Don’t forget to arrive early for the AGM at 7pm on Thursday 25 January!
It will be followed by a talk by Dr Andrew Ward, of Norwell Nursery, near Newark, discussing how we tend to dismiss or mentally disregard some plants, treating them with undeserved prejudices.
Andrew trained as a Plant Breeder and started Norwell Nurseries and Gardens 22 years ago with his wife Helen. He lectures widely throughout the country undertaking approximately 50 talks a year. He has been asked to give keynote talks at prestigious events such as The Hardy Plant Society Autumn Weekends and National Annual General Meetings as well as regular monthly meetings to regional Hardy Plant Societies, regional NCCPG groups, local gardening groups, florist groups and WI’s. He is often booked over two years in advance of the talk.
The garden at Norwell holds over 2,500 different varieties of plant and has featured in many magazines including Country Living, Country Life, Landscaper magazine and Gardens Illustrated. It has been been included since 2013 in the highly prestigious publication Great Gardens to Visit. It is renowned for colour from spring but especially in the autumn when an NCCPG National Plant Collection of Hardy Chrysanthemums can be seen.
A local snowdrop garden is to open for the first time next month.
Well Cottage, 20 High St., Little Bytham, Lincs NG33 4QX, the garden of Jackie and Pete Murray, will open on Thursday 15th Feb from 10am–2pm.
Former members of SLGS (Jackie used to be our secretary, many moons ago), they are great enthusiasts for alpines and have a splendid collection of snowdrops, which do surprisingly well in their steeply sloping south-facing garden. You may well know Jackie from the talks on alpines she has given us in the past, or those she has done at Easton Walled Garden during their Snowdrop Weeks.
The Murrays ask you to be aware that their garden paths are narrow and uneven, with many steps, and may be slippery.
Collectors’ snowdrops will be on sale.
Please note that there is no parking on site and parking is difficult in the narrow village street, as the garden is quite close to a road junction. There will be, however, plenty of car parking available at Rasell’s Nurseries, a short walk away in Station Road, Little Bytham (NG33 4RA), which has a superb tea room and will also have snowdrops for sale.
I hope you’ll agree that once again we’ve put together a fascinating, well-balanced programme of talks for next year (and many thanks yet again to Sharron, who, as our programme secretary, researches and sorts out most of the details for us).
Dr. Andrew Ward of Norwell Nursery near Newark will return to discuss ‘”Plant and Prejudice” and how some plants suffer unjustly. Another speaker with local connections is Joe Whitehead, who started out at Burghley, before training at Wisley, then moving to two large and prestigious gardens in Norfolk, who will be telling us the secrets of how he learned his craft and what goes on “Over the Garden Wall”.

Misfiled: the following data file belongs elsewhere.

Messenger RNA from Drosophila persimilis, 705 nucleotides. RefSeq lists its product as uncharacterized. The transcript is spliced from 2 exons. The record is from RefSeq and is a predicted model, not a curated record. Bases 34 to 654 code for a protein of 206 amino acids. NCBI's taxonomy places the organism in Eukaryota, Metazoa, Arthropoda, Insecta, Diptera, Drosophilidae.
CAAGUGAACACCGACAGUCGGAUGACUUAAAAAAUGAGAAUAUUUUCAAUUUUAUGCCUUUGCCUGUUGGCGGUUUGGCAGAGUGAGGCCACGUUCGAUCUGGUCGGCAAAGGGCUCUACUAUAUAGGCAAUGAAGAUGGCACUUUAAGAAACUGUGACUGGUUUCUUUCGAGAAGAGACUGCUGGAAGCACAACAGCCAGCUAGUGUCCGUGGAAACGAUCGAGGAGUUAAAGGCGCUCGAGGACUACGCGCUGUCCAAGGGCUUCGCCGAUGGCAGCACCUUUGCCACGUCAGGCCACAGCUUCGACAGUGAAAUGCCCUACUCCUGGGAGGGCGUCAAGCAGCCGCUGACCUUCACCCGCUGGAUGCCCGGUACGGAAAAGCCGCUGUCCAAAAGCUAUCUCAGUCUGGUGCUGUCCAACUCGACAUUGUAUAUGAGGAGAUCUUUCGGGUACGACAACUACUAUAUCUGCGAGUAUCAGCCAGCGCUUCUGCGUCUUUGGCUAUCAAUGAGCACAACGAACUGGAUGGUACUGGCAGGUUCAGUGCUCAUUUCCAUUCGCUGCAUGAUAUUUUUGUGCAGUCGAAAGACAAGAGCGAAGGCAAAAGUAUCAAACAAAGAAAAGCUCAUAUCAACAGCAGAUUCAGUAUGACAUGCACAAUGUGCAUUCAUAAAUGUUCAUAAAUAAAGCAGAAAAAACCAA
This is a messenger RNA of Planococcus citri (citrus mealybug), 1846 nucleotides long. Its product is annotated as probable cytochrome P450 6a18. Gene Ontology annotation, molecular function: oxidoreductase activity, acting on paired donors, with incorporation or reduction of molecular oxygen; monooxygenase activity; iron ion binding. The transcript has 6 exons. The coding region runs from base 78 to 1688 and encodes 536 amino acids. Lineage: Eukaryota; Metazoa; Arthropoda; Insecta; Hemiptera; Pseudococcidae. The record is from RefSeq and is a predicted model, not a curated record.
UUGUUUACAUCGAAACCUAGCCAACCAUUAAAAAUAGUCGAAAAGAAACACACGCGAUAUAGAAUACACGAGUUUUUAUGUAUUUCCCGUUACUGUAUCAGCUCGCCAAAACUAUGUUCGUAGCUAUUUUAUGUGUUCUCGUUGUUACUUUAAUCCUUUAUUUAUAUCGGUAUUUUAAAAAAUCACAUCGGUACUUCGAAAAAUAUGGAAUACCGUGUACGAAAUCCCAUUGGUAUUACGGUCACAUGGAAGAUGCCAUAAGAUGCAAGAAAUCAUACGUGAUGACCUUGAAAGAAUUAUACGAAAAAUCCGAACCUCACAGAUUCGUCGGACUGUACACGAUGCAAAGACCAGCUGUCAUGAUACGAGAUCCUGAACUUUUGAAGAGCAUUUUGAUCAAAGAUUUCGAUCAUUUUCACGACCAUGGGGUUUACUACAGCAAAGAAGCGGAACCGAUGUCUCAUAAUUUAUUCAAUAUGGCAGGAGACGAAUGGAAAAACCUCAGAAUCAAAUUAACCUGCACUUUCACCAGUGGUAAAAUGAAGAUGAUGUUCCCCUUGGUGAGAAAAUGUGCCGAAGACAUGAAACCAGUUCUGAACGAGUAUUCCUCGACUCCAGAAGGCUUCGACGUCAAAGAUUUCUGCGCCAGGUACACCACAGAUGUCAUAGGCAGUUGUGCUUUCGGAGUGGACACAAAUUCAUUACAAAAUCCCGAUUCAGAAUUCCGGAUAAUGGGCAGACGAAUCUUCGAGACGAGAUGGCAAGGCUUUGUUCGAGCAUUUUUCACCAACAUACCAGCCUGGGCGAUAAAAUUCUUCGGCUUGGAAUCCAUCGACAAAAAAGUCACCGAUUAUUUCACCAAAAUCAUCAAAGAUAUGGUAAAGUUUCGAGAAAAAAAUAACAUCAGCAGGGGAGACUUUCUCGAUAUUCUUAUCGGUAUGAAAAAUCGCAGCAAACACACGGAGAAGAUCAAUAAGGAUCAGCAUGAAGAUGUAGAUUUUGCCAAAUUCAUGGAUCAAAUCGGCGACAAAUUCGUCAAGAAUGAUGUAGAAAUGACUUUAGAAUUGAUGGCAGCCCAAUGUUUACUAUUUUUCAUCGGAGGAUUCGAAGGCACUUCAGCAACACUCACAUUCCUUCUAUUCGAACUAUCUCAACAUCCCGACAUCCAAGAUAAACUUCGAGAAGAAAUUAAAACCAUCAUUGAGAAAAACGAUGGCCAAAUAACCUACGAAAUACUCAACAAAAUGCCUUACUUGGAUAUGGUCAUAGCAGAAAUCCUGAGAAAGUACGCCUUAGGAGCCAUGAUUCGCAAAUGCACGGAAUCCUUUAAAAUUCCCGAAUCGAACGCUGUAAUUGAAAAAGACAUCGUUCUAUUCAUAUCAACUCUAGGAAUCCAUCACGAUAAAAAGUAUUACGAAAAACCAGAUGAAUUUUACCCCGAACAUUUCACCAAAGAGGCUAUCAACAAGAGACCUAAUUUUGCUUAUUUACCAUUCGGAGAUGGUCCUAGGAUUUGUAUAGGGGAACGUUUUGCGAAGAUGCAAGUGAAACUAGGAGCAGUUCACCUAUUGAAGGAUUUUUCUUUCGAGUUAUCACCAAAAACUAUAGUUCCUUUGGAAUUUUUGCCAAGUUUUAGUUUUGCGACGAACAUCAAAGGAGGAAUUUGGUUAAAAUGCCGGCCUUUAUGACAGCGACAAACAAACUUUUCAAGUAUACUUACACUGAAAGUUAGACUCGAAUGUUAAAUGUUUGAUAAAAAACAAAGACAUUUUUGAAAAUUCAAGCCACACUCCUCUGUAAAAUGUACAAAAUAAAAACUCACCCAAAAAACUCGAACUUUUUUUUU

Formerly on Bob Brown’s team at Cotswold Garden Flowers, Mandie Potter has now gone freelance. For her talk “Hey Good Looking” she will bring plants from Bob’s nursery and her own garden to discuss what’s looking good now – and sell some afterwards.
We will have a local garden visit to the Blatherwycke Estate near Peterborough and a coach outing to a venue yet to be finalised.
Brought up in Italy, garden designer and lecturer Laura de Beden has some strong – and possibly provocative – ideas on art and architecture, colour and form and their influence in the garden: “Redesign Your Borders: a focus on plants and colour”. Finally, knowledgeable broadcaster and enthusiastic gardener Doug Stewart winds up the year for us with an inspiring look at “Winter Thrillers”, demonstrating that ‘with scent, stems and stunning colour, a winter garden can have it all.’
- To download a pdf of the detailed programme, along with a tear-off slip to join or re-join the society, click this link.
I am looking forward to this month’s meeting on Thursday 23rd November at 7.30 when we will be welcoming well-known garden designer, writer and broadcaster Bunny Guinness to Folkingham Village Hall. Her subject is “Transforming Your Garden”. Bunny lives not far from us, in Cambridgeshire, so as a near neighbour she is well accustomed to the growing conditions in our local area.
Trained as a landscape designer, with her own landscape architecture practice, she really knows her plants, and has plenty of practical experience, as anyone who’s heard her contributions to Gardeners’ Question Time on BBC Radio 4 will know. Not only that, but her first design for the RHS Chelsea Flower Show, a ‘Wind in the Willows’ garden, in 1994, won a Gold medal. Of the nine gardens she has designed for Chelsea in total, six have won Gold!
If anyone can print out this poster*** and display it locally then we’d be most grateful. SLGS poster Bunny Guinness
***Please note that the previous version of the poster featured the old annual membership subscription rates!
For this week’s meeting, the first of our autumn season, we welcome Steve Edney, whose talk is entitled
Succession Planting – a case study of the long border at Salutation
Steve Edney is Head Gardener at The Salutation, Sandwich, Kent. Set within the glorious medieval town of Sandwich, nestled on the banks of the River Stour, The Salutation Gardens are a plant lover’s paradise. Designed in 1912 by architect Sir Edwin Lutyens, The Salutation, now a charming hotel and restaurant, is a true Lutyens masterpiece and the first 20th Century building to be granted Grade I listing.
Surrounding it, the 3.7-acre gardens, also designed by Lutyens, are divided into a series of symmetrical “rooms”, each with a different purpose, gathered around a unifying theme. The effect is one of endlessly unfolding space, with wonderful surprises presented around each corner. The planting style is a dynamic infusion of old and new. The gardens reveal themselves sequentially through the seasons, and are constantly developing as long-term projects and drawing-board concepts come dramatically to life.
This plant-driven design incorporates an eclectic mix of heirloom, rare and drought-tolerant plants used thoughtfully to create longer seasons of interest. Careful consideration is given to the unique challenges and opportunities presented by the gardens’ easterly location, soil type, rainfall and protection from wind behind 4 acres of walls.